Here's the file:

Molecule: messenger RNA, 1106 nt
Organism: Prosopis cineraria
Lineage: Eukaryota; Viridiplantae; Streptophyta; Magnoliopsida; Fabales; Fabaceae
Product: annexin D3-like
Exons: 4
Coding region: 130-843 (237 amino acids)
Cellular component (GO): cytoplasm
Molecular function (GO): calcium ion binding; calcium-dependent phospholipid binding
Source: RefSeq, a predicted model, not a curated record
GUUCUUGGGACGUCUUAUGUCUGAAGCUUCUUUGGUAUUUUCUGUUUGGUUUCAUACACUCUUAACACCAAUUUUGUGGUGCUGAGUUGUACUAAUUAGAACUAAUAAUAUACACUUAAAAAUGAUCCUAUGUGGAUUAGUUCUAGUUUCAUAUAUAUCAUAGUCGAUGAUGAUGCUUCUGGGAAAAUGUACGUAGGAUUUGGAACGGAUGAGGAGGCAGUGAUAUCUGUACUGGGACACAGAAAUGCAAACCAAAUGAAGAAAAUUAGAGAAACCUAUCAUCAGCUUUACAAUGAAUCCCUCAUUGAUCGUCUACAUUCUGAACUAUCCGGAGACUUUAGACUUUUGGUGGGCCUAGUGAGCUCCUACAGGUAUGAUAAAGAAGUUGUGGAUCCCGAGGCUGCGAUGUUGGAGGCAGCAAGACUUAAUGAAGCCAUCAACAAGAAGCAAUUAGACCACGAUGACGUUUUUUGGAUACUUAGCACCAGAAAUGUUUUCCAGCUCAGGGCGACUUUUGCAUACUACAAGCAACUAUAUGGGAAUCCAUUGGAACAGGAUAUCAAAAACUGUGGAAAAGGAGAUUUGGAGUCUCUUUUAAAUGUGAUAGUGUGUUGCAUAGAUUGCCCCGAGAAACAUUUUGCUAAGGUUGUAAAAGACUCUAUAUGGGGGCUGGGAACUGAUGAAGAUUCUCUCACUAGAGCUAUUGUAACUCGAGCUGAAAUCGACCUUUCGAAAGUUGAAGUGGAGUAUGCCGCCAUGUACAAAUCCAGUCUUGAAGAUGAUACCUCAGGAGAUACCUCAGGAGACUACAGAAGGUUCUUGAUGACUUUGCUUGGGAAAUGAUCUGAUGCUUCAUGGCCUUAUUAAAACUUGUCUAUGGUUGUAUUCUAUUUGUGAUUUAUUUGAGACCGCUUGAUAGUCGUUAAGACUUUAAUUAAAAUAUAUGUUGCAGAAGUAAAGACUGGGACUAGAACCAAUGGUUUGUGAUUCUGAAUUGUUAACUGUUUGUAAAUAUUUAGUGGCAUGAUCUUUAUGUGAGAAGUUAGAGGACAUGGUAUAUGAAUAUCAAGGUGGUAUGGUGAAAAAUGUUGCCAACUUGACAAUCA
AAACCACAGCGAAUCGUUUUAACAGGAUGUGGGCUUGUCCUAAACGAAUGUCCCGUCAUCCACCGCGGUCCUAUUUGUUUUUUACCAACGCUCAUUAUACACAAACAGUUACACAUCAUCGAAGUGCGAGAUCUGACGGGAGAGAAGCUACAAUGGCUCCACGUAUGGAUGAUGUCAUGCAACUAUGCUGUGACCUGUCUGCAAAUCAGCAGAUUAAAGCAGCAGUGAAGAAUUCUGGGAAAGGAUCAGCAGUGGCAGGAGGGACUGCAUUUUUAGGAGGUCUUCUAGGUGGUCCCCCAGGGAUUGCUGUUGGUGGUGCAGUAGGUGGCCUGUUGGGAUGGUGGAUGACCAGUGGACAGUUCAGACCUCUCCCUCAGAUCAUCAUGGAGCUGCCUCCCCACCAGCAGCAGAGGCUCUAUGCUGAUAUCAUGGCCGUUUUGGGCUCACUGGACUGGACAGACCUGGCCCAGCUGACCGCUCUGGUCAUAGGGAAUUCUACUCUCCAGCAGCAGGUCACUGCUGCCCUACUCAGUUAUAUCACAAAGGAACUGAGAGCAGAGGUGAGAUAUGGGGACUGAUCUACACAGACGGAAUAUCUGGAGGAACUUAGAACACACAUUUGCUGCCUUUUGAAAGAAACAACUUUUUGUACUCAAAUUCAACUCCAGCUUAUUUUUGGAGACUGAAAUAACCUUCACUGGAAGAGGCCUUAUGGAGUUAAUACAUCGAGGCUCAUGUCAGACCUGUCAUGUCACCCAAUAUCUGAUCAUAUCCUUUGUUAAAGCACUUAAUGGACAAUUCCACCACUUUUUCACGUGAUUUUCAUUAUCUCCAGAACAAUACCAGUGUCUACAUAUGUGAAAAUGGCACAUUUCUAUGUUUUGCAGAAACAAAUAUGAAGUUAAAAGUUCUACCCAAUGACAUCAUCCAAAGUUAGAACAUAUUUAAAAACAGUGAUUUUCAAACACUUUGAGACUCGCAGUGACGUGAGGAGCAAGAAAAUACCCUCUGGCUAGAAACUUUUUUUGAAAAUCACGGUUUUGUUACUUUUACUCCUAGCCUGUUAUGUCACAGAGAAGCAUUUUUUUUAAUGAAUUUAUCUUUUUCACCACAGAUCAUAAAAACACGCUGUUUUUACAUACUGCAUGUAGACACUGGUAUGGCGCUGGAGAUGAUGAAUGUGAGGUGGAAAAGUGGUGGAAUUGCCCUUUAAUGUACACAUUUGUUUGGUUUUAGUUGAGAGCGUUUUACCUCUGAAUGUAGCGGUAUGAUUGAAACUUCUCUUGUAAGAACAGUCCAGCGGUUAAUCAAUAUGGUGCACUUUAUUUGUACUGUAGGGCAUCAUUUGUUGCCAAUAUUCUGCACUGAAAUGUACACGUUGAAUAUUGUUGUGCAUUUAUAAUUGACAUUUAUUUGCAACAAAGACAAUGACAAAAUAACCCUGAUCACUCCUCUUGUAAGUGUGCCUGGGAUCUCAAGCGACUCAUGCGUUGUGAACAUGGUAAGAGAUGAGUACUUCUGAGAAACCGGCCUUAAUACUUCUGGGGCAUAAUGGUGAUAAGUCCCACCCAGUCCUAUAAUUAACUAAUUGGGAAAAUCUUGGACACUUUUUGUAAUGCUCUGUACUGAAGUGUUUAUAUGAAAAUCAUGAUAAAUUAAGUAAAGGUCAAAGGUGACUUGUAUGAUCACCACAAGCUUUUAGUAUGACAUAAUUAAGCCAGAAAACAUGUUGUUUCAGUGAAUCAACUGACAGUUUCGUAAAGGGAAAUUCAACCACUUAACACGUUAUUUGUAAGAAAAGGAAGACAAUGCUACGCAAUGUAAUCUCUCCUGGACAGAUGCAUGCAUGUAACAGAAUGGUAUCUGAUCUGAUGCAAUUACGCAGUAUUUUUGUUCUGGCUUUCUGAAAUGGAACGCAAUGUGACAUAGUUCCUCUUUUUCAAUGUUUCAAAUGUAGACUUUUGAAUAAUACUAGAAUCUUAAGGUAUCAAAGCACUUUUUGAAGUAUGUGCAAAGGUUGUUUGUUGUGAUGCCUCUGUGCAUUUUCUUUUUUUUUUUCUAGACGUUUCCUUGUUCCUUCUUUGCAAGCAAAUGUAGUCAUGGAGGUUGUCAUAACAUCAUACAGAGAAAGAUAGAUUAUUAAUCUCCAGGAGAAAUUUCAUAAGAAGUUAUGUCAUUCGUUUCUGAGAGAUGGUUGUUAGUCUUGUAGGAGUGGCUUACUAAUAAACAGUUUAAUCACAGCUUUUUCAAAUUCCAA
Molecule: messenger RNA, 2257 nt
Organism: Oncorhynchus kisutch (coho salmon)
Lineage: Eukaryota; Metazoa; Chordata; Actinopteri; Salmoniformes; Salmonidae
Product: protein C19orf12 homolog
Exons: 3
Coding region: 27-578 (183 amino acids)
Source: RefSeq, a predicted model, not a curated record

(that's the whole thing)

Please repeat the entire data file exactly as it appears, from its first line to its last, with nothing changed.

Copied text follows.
Molecule: messenger RNA, 1106 nt
Organism: Prosopis cineraria
Lineage: Eukaryota; Viridiplantae; Streptophyta; Magnoliopsida; Fabales; Fabaceae
Product: annexin D3-like
Exons: 4
Coding region: 130-843 (237 amino acids)
Cellular component (GO): cytoplasm
Molecular function (GO): calcium ion binding; calcium-dependent phospholipid binding
Source: RefSeq, a predicted model, not a curated record
GUUCUUGGGACGUCUUAUGUCUGAAGCUUCUUUGGUAUUUUCUGUUUGGUUUCAUACACUCUUAACACCAAUUUUGUGGUGCUGAGUUGUACUAAUUAGAACUAAUAAUAUACACUUAAAAAUGAUCCUAUGUGGAUUAGUUCUAGUUUCAUAUAUAUCAUAGUCGAUGAUGAUGCUUCUGGGAAAAUGUACGUAGGAUUUGGAACGGAUGAGGAGGCAGUGAUAUCUGUACUGGGACACAGAAAUGCAAACCAAAUGAAGAAAAUUAGAGAAACCUAUCAUCAGCUUUACAAUGAAUCCCUCAUUGAUCGUCUACAUUCUGAACUAUCCGGAGACUUUAGACUUUUGGUGGGCCUAGUGAGCUCCUACAGGUAUGAUAAAGAAGUUGUGGAUCCCGAGGCUGCGAUGUUGGAGGCAGCAAGACUUAAUGAAGCCAUCAACAAGAAGCAAUUAGACCACGAUGACGUUUUUUGGAUACUUAGCACCAGAAAUGUUUUCCAGCUCAGGGCGACUUUUGCAUACUACAAGCAACUAUAUGGGAAUCCAUUGGAACAGGAUAUCAAAAACUGUGGAAAAGGAGAUUUGGAGUCUCUUUUAAAUGUGAUAGUGUGUUGCAUAGAUUGCCCCGAGAAACAUUUUGCUAAGGUUGUAAAAGACUCUAUAUGGGGGCUGGGAACUGAUGAAGAUUCUCUCACUAGAGCUAUUGUAACUCGAGCUGAAAUCGACCUUUCGAAAGUUGAAGUGGAGUAUGCCGCCAUGUACAAAUCCAGUCUUGAAGAUGAUACCUCAGGAGAUACCUCAGGAGACUACAGAAGGUUCUUGAUGACUUUGCUUGGGAAAUGAUCUGAUGCUUCAUGGCCUUAUUAAAACUUGUCUAUGGUUGUAUUCUAUUUGUGAUUUAUUUGAGACCGCUUGAUAGUCGUUAAGACUUUAAUUAAAAUAUAUGUUGCAGAAGUAAAGACUGGGACUAGAACCAAUGGUUUGUGAUUCUGAAUUGUUAACUGUUUGUAAAUAUUUAGUGGCAUGAUCUUUAUGUGAGAAGUUAGAGGACAUGGUAUAUGAAUAUCAAGGUGGUAUGGUGAAAAAUGUUGCCAACUUGACAAUCA
AAACCACAGCGAAUCGUUUUAACAGGAUGUGGGCUUGUCCUAAACGAAUGUCCCGUCAUCCACCGCGGUCCUAUUUGUUUUUUACCAACGCUCAUUAUACACAAACAGUUACACAUCAUCGAAGUGCGAGAUCUGACGGGAGAGAAGCUACAAUGGCUCCACGUAUGGAUGAUGUCAUGCAACUAUGCUGUGACCUGUCUGCAAAUCAGCAGAUUAAAGCAGCAGUGAAGAAUUCUGGGAAAGGAUCAGCAGUGGCAGGAGGGACUGCAUUUUUAGGAGGUCUUCUAGGUGGUCCCCCAGGGAUUGCUGUUGGUGGUGCAGUAGGUGGCCUGUUGGGAUGGUGGAUGACCAGUGGACAGUUCAGACCUCUCCCUCAGAUCAUCAUGGAGCUGCCUCCCCACCAGCAGCAGAGGCUCUAUGCUGAUAUCAUGGCCGUUUUGGGCUCACUGGACUGGACAGACCUGGCCCAGCUGACCGCUCUGGUCAUAGGGAAUUCUACUCUCCAGCAGCAGGUCACUGCUGCCCUACUCAGUUAUAUCACAAAGGAACUGAGAGCAGAGGUGAGAUAUGGGGACUGAUCUACACAGACGGAAUAUCUGGAGGAACUUAGAACACACAUUUGCUGCCUUUUGAAAGAAACAACUUUUUGUACUCAAAUUCAACUCCAGCUUAUUUUUGGAGACUGAAAUAACCUUCACUGGAAGAGGCCUUAUGGAGUUAAUACAUCGAGGCUCAUGUCAGACCUGUCAUGUCACCCAAUAUCUGAUCAUAUCCUUUGUUAAAGCACUUAAUGGACAAUUCCACCACUUUUUCACGUGAUUUUCAUUAUCUCCAGAACAAUACCAGUGUCUACAUAUGUGAAAAUGGCACAUUUCUAUGUUUUGCAGAAACAAAUAUGAAGUUAAAAGUUCUACCCAAUGACAUCAUCCAAAGUUAGAACAUAUUUAAAAACAGUGAUUUUCAAACACUUUGAGACUCGCAGUGACGUGAGGAGCAAGAAAAUACCCUCUGGCUAGAAACUUUUUUUGAAAAUCACGGUUUUGUUACUUUUACUCCUAGCCUGUUAUGUCACAGAGAAGCAUUUUUUUUAAUGAAUUUAUCUUUUUCACCACAGAUCAUAAAAACACGCUGUUUUUACAUACUGCAUGUAGACACUGGUAUGGCGCUGGAGAUGAUGAAUGUGAGGUGGAAAAGUGGUGGAAUUGCCCUUUAAUGUACACAUUUGUUUGGUUUUAGUUGAGAGCGUUUUACCUCUGAAUGUAGCGGUAUGAUUGAAACUUCUCUUGUAAGAACAGUCCAGCGGUUAAUCAAUAUGGUGCACUUUAUUUGUACUGUAGGGCAUCAUUUGUUGCCAAUAUUCUGCACUGAAAUGUACACGUUGAAUAUUGUUGUGCAUUUAUAAUUGACAUUUAUUUGCAACAAAGACAAUGACAAAAUAACCCUGAUCACUCCUCUUGUAAGUGUGCCUGGGAUCUCAAGCGACUCAUGCGUUGUGAACAUGGUAAGAGAUGAGUACUUCUGAGAAACCGGCCUUAAUACUUCUGGGGCAUAAUGGUGAUAAGUCCCACCCAGUCCUAUAAUUAACUAAUUGGGAAAAUCUUGGACACUUUUUGUAAUGCUCUGUACUGAAGUGUUUAUAUGAAAAUCAUGAUAAAUUAAGUAAAGGUCAAAGGUGACUUGUAUGAUCACCACAAGCUUUUAGUAUGACAUAAUUAAGCCAGAAAACAUGUUGUUUCAGUGAAUCAACUGACAGUUUCGUAAAGGGAAAUUCAACCACUUAACACGUUAUUUGUAAGAAAAGGAAGACAAUGCUACGCAAUGUAAUCUCUCCUGGACAGAUGCAUGCAUGUAACAGAAUGGUAUCUGAUCUGAUGCAAUUACGCAGUAUUUUUGUUCUGGCUUUCUGAAAUGGAACGCAAUGUGACAUAGUUCCUCUUUUUCAAUGUUUCAAAUGUAGACUUUUGAAUAAUACUAGAAUCUUAAGGUAUCAAAGCACUUUUUGAAGUAUGUGCAAAGGUUGUUUGUUGUGAUGCCUCUGUGCAUUUUCUUUUUUUUUUUCUAGACGUUUCCUUGUUCCUUCUUUGCAAGCAAAUGUAGUCAUGGAGGUUGUCAUAACAUCAUACAGAGAAAGAUAGAUUAUUAAUCUCCAGGAGAAAUUUCAUAAGAAGUUAUGUCAUUCGUUUCUGAGAGAUGGUUGUUAGUCUUGUAGGAGUGGCUUACUAAUAAACAGUUUAAUCACAGCUUUUUCAAAUUCCAA
Molecule: messenger RNA, 2257 nt
Organism: Oncorhynchus kisutch (coho salmon)
Lineage: Eukaryota; Metazoa; Chordata; Actinopteri; Salmoniformes; Salmonidae
Product: protein C19orf12 homolog
Exons: 3
Coding region: 27-578 (183 amino acids)
Source: RefSeq, a predicted model, not a curated record